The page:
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i have a problem in strtock in c++ i need to read the follwing line from file

6:00,6:20,6:40,7:00,7:20,7:40,8:00,8:50,9:40,10:30,11:20,12:00 the length of the line is unknow(i dont know how many arguments i have);

i try to do this function:

void RailwayLine::initilizeLoz(char line[1024])
 {

  char * pch;
  char * timeReader;
  Hour *hour;
  char * pch2=NULL;
  int time;
  int minute;
  char line2[1024];
  strcpy(line2,line);
  pch = strtok (line2,",");
 while (pch != NULL)
   {
    delete pch2;
    pch2= new char(strlen(pch)+1);
    if(pch2!=NULL)
   strcpy(pch2,pch);
    timeReader = strtok (pch2,":");
    time=atoi(timeReader);
    timeReader = strtok (NULL,":");
    minute=atoi(timeReader);
    hour=new Hour(time,minute);

           this-> UpdateLoz((*hour));

             pch=strtok(NULL,",");


   }


 }

but it didn't works. itj reads only the first argument (7:10)! what can be the froblem? how can i improve my code? thank you

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1  
That code has a memory leak. pch2 will not get deleted after the last iteration. Why would you delete it at the beginning of the loop instead of the end, when you're done using it? –  jdmichal Dec 15 '10 at 16:40
1  
There is no point in checking for NULL after new ing memory. If new fails it'll throw std::bad_alloc exception and the NULL check is never reached. If you want to check for NULL, pass std::nothrow to the new call; otherwise replace the NULL check with a try-catch instead. –  Praetorian Dec 15 '10 at 16:51
1  
If in C++ why not use a string ? –  DumbCoder Dec 15 '10 at 17:17
    
man strtok ... BUGS: Avoid using these functions. –  Donnie Dec 15 '10 at 18:09
    
thank you for your answers it is for project in the universtiy and i been told not to use string!:\ –  inna karpasas Dec 17 '10 at 14:11
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5 Answers 5

You can't have nested strtok calls because the function keeps internal state between calls. Use strtok_r instead.

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Or strtok_s if you're using Visual C++ –  Praetorian Dec 15 '10 at 16:48
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The absolute best way you could improve your code is to stop using stroke and use something that leverages the power of the language you're using. Boost has a tokenizer and other libraries that might actually meet your needs better (like regex).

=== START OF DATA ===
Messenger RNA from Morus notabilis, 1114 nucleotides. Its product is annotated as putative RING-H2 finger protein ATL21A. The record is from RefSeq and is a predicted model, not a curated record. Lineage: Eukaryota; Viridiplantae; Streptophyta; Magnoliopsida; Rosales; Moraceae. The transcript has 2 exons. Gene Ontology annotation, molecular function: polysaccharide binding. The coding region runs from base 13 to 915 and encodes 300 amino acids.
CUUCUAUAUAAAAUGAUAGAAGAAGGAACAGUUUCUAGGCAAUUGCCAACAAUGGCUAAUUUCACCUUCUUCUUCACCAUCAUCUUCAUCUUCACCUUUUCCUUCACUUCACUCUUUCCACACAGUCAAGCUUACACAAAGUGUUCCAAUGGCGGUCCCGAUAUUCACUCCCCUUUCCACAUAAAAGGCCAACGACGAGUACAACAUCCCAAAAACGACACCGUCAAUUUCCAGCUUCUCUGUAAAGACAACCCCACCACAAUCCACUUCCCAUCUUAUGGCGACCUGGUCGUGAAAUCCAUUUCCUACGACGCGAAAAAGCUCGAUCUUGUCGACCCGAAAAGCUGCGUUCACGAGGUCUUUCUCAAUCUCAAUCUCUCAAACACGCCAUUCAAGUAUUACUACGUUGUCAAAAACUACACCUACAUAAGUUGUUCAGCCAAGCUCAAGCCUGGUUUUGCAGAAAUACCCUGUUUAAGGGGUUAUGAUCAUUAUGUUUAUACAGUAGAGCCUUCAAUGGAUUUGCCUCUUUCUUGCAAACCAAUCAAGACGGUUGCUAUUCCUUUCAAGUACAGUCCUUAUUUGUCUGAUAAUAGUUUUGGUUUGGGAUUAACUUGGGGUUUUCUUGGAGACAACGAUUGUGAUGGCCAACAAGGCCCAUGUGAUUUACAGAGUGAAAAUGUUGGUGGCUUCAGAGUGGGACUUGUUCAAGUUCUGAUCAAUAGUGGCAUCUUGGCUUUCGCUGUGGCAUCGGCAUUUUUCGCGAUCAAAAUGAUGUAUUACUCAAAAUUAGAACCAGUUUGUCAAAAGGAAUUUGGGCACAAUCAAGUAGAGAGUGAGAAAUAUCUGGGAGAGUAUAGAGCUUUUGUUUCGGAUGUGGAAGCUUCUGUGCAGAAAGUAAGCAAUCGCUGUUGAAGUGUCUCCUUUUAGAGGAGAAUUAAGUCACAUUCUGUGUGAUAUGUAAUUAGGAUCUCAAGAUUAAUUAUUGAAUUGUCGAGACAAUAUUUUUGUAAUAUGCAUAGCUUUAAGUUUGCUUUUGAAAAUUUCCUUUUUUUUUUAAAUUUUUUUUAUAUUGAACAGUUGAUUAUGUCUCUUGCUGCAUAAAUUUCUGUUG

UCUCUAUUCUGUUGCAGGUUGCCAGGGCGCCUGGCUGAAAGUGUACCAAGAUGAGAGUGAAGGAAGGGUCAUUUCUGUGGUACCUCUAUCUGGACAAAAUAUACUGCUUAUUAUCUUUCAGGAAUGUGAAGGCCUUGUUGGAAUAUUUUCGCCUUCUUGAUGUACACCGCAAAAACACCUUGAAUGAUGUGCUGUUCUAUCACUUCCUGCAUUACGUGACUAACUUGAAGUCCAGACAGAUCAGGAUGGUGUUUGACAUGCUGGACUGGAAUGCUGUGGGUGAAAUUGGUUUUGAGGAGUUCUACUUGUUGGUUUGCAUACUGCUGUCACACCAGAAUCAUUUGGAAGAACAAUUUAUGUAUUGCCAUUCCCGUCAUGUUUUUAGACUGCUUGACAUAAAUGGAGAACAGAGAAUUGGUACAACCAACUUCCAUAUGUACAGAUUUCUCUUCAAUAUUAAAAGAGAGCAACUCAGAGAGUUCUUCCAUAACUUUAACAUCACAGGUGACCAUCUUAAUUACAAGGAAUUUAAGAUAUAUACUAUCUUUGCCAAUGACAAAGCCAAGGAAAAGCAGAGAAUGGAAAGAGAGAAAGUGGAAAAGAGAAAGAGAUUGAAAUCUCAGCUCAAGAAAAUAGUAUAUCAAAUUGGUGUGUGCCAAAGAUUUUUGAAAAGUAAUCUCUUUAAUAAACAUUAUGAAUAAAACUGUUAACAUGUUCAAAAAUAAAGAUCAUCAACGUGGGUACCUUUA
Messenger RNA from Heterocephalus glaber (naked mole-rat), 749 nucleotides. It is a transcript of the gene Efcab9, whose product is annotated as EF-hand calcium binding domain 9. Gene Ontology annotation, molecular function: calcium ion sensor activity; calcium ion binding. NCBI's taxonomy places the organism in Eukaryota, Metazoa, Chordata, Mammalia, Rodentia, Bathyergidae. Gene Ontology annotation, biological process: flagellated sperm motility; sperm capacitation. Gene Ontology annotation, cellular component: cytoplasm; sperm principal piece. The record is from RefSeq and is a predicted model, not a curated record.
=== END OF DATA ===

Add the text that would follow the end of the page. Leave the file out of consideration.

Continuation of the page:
The stroke in stroke isn't the fun kind; it's the kind you get in your brain. Terrible, terrible function that's design dates back to the dark ages of programming. It's got severe and permanent issues that render it not just obsolete, but dangerous...as you are seeing here. Stop trying to build things by tyeing rocks and sticks together. Come into the modern age where we've got forges and robotics. Save your brain!

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I'd use a Boost Split or Tokenizer algorithm. But if you don't have Boost available, you could do something like this:

std::istringstream iss(line);
std::string departure;
while (getline(iss, departure, ','))
{
    // departure has one time in it;
    // do what you will with it
}
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I don't think you can nest the strtok as you have done - when you fire up the search for the ":" it forgets about the previous instance you had going for picking out the comma separated items.

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This would do the job.

 
void tokenize( std:: string stringToTokenize ) {

    char* pch = new char [ (stringToTokenize.length()) + 1 ];

    std:: strcpy( pch, stringToTokenize.c_str() ) ;

    pch = std:: strtok( pch, "," ) ;

    std::cout << std::endl ;

    while( pch != NULL ) {

    std::cout << pch << std::endl ;
    pch = strtok( NULL, "," ) ;

    }

}

int main( int argc, const char* argv[] ) {

std:: string s1 ; std:: getline( std::cin, s1 ) ; tokenize( s1 ) ; return 0 ;

}

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